Posts tagged "Initial Token Offering"

VAT and Cryptocurrency ICOs

In 2018 the Swiss Federal Tax Administration (SFTA) adjusted its guidelines in respect to the taxation of cryptocurrencies through the use of a value-added tax (VAT). A VAT acts as an incremental goods and services tax at all stages of production.

These updated guidelines (MWST-Info 04) define cryptocurrencies as value units generated on a digital ledger network known as a blockchain. Complex algorithms are solved using a computer’s GPU to generate decentralized tokens that are “minted” and constantly verified by the blockchain network.

Initial Coin Offering and Initial Token Offering

Initial coin offering (ICO) and initial token offering (ITO) allow a company to sell off tokens to raise investment for a specific venture. In exchange, buyers are issued blockchain-verified cryptocurrencies. Assessing VAT taxation against this currency depends on the way it was initially distributed during the ICO or ITO phase. The structure of the initial offering and any benefits that the token-holder receives is relevant when determining its VAT status under the new framework. The SFTA draft (VAT-Info 04) outlines the VAT status between three categories of cryptocurrency:

Payment tokens

Payment tokens act like typical currencies and are used to buy goods and services. As such, the SFTA treats payment tokens as if they were official currency. Rather than an exchange transaction, using payment tokens for market transactions is considered remuneration and depends on the value of the goods or services at the date and time of the transaction in question.

Like the exchange of foreign currencies, when official currencies are used to purchase and sell payment tokens, it is considered a non-relevant exchange for taxation purposes. Commissions, when collected, are considered exempt from VAT.

The platforms of exchange themselves are not entirely exempt from value-added taxation. Swiss exchanges are expected to pay VAT if the trader lives within Switzerland. Suppliers of electronic stores for cryptocurrency known as ‘wallets’ are likewise subject to VAT. If the holder of the cryptocurrency lives in Switzerland, VAT will also apply to the storage of tokens on digital media.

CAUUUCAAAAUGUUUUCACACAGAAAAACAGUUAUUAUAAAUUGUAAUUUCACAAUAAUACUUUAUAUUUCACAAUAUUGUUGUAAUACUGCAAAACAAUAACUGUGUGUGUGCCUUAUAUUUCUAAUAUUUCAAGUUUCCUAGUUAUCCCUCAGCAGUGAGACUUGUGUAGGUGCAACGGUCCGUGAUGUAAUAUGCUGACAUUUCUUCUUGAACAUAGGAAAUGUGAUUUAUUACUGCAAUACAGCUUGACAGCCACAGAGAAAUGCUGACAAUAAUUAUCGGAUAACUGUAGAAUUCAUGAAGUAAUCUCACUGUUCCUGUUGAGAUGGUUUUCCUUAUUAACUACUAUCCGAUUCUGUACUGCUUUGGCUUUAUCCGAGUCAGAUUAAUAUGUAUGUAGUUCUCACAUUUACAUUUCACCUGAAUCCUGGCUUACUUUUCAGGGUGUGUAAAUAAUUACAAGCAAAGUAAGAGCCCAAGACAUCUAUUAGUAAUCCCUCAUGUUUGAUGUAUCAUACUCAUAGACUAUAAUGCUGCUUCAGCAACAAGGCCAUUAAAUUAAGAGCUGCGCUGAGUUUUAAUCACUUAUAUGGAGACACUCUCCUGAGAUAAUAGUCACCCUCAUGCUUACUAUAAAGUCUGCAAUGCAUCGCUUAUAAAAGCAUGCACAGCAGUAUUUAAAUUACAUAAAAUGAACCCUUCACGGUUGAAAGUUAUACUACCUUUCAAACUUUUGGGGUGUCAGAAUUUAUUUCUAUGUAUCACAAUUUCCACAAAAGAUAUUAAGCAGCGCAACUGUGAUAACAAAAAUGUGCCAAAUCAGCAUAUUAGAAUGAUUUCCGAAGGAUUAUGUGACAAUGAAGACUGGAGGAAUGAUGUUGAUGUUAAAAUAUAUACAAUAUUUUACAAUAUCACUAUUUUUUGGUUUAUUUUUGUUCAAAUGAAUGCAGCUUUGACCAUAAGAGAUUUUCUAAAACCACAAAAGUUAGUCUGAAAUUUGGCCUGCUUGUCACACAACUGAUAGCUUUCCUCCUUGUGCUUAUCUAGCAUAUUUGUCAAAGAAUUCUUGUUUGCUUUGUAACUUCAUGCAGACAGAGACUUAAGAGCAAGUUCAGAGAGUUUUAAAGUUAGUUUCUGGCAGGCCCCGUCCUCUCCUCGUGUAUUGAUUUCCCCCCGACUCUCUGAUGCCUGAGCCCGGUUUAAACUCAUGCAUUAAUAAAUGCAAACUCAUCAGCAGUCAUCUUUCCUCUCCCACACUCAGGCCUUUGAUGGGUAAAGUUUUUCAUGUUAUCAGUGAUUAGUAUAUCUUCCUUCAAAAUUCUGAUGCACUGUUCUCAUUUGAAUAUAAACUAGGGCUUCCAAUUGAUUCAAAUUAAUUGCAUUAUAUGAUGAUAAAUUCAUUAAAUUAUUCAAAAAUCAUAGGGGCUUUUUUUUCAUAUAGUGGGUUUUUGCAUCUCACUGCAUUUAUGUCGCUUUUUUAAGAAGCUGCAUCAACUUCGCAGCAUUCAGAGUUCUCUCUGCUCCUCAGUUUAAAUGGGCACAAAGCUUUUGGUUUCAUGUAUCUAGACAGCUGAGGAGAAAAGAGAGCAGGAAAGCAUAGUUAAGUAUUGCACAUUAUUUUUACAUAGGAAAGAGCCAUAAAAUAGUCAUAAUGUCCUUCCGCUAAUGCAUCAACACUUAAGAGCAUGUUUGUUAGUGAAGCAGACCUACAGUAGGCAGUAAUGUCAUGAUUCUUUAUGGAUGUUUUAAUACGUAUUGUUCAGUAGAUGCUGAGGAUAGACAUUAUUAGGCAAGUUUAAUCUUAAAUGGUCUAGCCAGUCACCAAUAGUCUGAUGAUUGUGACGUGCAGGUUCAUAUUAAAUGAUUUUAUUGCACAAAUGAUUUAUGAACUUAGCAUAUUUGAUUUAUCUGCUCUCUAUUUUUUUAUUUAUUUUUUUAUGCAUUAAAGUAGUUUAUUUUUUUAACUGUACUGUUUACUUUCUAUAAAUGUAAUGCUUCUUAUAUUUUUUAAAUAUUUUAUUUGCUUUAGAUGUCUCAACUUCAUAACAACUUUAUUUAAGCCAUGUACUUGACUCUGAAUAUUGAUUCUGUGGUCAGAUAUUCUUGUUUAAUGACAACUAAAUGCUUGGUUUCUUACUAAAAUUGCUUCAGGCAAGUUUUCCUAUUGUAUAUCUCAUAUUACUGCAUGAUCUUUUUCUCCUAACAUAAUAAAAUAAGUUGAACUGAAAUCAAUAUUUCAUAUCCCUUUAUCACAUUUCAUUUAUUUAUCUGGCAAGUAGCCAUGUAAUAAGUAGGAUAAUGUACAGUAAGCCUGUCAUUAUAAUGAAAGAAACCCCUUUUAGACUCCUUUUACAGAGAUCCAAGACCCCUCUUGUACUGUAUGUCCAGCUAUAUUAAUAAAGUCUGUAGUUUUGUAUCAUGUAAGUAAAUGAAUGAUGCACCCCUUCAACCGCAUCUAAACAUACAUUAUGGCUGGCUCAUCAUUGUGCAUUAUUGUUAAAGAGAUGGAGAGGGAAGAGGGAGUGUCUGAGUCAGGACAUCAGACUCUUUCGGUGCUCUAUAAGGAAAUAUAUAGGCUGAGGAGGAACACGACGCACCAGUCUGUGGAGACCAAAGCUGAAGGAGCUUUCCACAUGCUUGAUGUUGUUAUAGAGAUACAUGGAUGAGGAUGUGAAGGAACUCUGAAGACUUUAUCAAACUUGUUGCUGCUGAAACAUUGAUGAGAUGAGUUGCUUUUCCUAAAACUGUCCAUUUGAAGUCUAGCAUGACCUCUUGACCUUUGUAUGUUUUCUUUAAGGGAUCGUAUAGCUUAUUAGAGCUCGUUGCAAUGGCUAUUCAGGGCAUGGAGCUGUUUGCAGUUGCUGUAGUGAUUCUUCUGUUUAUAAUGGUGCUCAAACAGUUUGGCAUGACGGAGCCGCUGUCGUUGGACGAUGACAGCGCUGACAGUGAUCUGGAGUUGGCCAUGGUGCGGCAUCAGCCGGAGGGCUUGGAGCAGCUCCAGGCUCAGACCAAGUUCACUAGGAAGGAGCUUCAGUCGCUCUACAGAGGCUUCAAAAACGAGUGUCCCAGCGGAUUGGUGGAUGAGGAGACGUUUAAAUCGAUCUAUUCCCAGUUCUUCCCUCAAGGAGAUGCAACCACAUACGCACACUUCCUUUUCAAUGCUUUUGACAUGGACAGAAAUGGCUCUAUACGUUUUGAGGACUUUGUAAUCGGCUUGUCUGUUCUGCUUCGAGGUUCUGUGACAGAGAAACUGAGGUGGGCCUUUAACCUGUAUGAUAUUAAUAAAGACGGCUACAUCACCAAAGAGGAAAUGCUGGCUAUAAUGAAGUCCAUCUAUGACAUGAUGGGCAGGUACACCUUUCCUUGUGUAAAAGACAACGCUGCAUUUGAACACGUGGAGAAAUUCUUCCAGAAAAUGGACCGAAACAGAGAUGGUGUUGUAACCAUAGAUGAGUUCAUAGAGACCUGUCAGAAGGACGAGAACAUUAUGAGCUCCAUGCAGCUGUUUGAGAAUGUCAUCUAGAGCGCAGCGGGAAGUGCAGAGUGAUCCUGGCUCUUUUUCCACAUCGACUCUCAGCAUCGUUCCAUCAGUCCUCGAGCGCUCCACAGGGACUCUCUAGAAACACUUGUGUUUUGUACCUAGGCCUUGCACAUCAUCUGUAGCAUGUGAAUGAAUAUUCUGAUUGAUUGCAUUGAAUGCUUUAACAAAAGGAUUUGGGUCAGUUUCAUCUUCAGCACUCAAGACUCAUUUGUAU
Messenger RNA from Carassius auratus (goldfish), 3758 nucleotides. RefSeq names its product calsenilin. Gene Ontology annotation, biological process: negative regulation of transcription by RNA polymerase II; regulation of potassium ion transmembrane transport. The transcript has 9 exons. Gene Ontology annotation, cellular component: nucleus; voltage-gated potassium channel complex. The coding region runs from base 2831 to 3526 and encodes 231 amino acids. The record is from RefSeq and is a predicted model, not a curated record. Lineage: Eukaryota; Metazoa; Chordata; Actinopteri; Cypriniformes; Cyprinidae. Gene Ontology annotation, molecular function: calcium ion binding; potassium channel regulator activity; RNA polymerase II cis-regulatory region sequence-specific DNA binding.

Utility tokens

Utility tokens grant benefits or services to the holder on behalf of the original issuer. Issuing utility tokens are typically considered a service and subject to VAT if the receiving party lives in Switzerland. This does not apply when the benefits granted by the utility token are already exempt from paying VAT.

Asset tokens

Like regular shares, asset tokens represent an entitlement to a proportionate share of a company’s profit, revenue, or other rights specified during the exchange. In relation to uncertified security and derivatives, issuing asset tokens is considered turnover and is thus exempt from VAT.

Mining crypto

The generation of cryptocurrency using a computer’s processing power is known as “mining”. As the computer solves highly-complex algorithms, it submits proof of work to certify and “mint” new units of value. Crypto-miners receive a payout from the blockchain when new tokens are generated, which is not considered as being an exchange of goods or services. Therefore, blockchain payouts are exempt from VAT. The crypto-miner is also paid a transaction commission when the tokens are transferred over the blockchain. This income is treated as income generated doing work in the financial sector and is therefore exempt from VAT.

VAT invoicing

Buying official currencies using tokens requires documentation that proves the date of conversion and the exchange rate. To collect a VAT on goods and services purchased with cryptocurrency, the price of the product is converted into a recognized official currency: receipts for products paid for in cryptocurrency must provide an official price and VAT in both formats. The invoice for a VAT must show official currency values alongside cryptocurrency values and is owed to the SFTA in Francs.


The SFTA’s updated framework boosts the institutional transparency of how cryptocurrency is taxed in regard to value-added taxation. Some tax professionals commend Swiss policy for assuming regulatory leadership aligned with our increasingly connected and constantly innovating global market. Although VAT might annoy some holders of crypto, the improved clarity and dependability of the market greatly benefit Swiss blockchain enterprises.

This article was written based on the SFTA’s first draft of guidelines and before meeting with the Consultative Body. The content of the SFTAs initial draft may vary widely from the final guidelines.